The pilot requested and was cleared to conduct the ILS approach to Runway 23. When the airplane crossed the final approach fix, the ASOS was reporting 1/4 mi (400 m) visibility in snow and freezing fog.
“About 1.6 miles [2.6 km] from the runway threshold, the airplane began a climb consistent with the published missed approach procedure,” the NTSB report said. “However, rather than completing the slight left climbing turn toward the designated holding point, the airplane continued in an approximate 270-degree left turn, during which the airplane’s altitude varied, before entering a descending right turn and impacting terrain. Tree and ground impact signatures were consistent with a 60-degree nose-low attitude at the time of impact.” The pilot and his passenger were killed, and the TBM 700 was destroyed by the impact and subsequent fire.
NTSB concluded that the pilot likely lost control of the airplane while experiencing spatial disorientation in restricted visibility and turbulence encountered during the approach.
Cessna T310Q. Destroyed. Four fatalities, one serious injury.
A witness said that the pilot appeared to be rushed and his four passengers anxious to depart from Riverside (California, U.S.) Municipal Airport for a flight to San Jose the afternoon of Feb. 27, 2017.
The pilot was unsuccessful in his first attempt to start the 310’s engines. “The occupants deplaned and waited for some time,” the NTSB report said. “During a second attempt to begin the flight, a ground controller informed the pilot that he was required to file an instrument flight rules (IFR) flight plan before departure.” IMC, with 2 mi visibility in light rain and mist, prevailed at the airport.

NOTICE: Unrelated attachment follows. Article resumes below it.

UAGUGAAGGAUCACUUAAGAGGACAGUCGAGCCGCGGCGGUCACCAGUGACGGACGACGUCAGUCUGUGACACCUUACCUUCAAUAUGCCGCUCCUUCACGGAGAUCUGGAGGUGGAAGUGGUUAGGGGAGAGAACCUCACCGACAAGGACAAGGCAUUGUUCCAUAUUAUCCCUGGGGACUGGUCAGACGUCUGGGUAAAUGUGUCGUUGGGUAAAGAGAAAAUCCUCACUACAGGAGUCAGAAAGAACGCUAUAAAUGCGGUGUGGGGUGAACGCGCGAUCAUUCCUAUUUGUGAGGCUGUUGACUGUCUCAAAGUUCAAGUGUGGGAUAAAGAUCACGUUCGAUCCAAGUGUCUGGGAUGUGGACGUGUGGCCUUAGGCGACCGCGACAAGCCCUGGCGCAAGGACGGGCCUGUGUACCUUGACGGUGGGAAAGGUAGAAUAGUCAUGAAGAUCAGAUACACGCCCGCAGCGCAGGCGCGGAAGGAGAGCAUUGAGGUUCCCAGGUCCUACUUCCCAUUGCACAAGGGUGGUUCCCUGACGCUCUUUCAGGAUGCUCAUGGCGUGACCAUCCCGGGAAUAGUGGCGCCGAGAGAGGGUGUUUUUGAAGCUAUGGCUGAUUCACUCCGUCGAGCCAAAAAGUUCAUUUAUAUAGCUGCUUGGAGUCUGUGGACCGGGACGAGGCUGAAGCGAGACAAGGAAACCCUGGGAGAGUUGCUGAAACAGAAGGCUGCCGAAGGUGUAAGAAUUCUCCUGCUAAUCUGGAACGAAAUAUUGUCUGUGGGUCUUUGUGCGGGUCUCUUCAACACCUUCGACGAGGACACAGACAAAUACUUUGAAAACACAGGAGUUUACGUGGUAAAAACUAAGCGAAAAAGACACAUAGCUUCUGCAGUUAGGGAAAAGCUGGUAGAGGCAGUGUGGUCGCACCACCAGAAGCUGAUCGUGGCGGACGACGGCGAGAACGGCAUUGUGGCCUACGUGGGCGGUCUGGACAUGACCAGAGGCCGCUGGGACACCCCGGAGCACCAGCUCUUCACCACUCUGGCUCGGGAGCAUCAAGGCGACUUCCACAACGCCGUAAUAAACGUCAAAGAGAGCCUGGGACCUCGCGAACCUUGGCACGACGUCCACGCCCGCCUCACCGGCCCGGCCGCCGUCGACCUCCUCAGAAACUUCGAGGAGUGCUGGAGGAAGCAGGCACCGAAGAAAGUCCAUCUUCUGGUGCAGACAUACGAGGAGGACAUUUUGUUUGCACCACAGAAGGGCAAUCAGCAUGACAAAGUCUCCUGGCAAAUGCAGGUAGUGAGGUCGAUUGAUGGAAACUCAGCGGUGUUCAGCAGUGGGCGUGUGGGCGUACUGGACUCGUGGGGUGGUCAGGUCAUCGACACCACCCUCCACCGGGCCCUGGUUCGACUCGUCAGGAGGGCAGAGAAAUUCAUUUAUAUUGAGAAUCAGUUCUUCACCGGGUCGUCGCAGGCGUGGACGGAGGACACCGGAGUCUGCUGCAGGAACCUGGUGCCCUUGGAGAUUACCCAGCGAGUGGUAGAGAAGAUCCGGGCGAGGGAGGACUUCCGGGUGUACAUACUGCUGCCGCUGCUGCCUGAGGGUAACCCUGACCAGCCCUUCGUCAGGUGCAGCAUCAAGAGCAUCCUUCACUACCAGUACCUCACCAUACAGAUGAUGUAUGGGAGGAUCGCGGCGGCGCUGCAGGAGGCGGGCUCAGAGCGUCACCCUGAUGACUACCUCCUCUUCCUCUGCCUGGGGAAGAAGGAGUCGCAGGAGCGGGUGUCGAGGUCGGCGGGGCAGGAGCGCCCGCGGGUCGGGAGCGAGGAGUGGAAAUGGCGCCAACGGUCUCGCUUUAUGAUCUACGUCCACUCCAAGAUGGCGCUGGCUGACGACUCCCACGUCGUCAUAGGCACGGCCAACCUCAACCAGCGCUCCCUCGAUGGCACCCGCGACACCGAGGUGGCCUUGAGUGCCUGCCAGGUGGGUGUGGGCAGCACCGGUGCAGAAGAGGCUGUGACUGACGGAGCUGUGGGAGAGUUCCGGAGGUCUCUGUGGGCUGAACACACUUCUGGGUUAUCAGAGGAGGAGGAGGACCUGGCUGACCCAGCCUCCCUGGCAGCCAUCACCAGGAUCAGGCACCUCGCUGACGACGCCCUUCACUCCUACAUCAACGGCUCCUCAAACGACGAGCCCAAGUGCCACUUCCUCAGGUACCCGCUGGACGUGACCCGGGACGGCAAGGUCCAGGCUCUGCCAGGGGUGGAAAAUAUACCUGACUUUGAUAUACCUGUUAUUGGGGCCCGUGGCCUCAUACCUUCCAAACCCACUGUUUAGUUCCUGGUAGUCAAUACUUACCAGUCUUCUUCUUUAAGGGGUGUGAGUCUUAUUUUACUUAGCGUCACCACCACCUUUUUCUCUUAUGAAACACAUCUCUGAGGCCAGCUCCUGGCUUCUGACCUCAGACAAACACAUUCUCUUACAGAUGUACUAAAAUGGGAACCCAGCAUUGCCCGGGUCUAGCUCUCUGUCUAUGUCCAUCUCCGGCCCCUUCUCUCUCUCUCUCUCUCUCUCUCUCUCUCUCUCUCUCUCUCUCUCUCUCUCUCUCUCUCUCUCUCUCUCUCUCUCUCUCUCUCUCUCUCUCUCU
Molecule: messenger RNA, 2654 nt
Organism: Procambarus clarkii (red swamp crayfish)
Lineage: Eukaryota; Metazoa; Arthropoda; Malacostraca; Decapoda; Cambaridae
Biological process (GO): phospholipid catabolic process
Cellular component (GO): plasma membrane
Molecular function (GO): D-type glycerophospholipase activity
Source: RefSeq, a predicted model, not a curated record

The pilot sought help from a flight school employee in filing the IFR flight plan. The 83-year-old pilot had 9,600 flight hours and held an instrument rating, but investigators were unable to determine when he had last flown in IMC or completed an instrument competency check.
“However, it is likely that the pilot was not instrument-current, as he was unfamiliar with basic instrument flight planning procedures and had to be coached through the readback of his IFR clearance,” the report said. “The pilot’s decision to complete the flight despite the IFR weather conditions was likely driven by his own self-induced pressure, influenced by the passengers’ need to return home.”
Shortly after takeoff, the 310 entered clouds at 900 ft and began a turn. The airplane then stalled and descended into several residences. The pilot and three passengers were killed, and one passenger was seriously injured. No one on the ground was hurt.
Piper Seneca III. Substantial damage. One serious injury.
Before departing from Galliano, Louisiana, U.S., to photograph an offshore oil rig 185 nm (343 km) south on the afternoon of Feb. 6, 2018, the pilot told a passenger that the fuel tanks had not been topped off but contained about 80 gal (303 L) of fuel.
The Seneca’s aft cabin door had been removed to facilitate the aerial photography, and airspeed consequently was limited to a maximum of 130 kt. “The flight arrived at the oil rig about 1 hour 20 minutes after takeoff, and the pilot proceeded to circle for about 30 minutes,” the NTSB report said.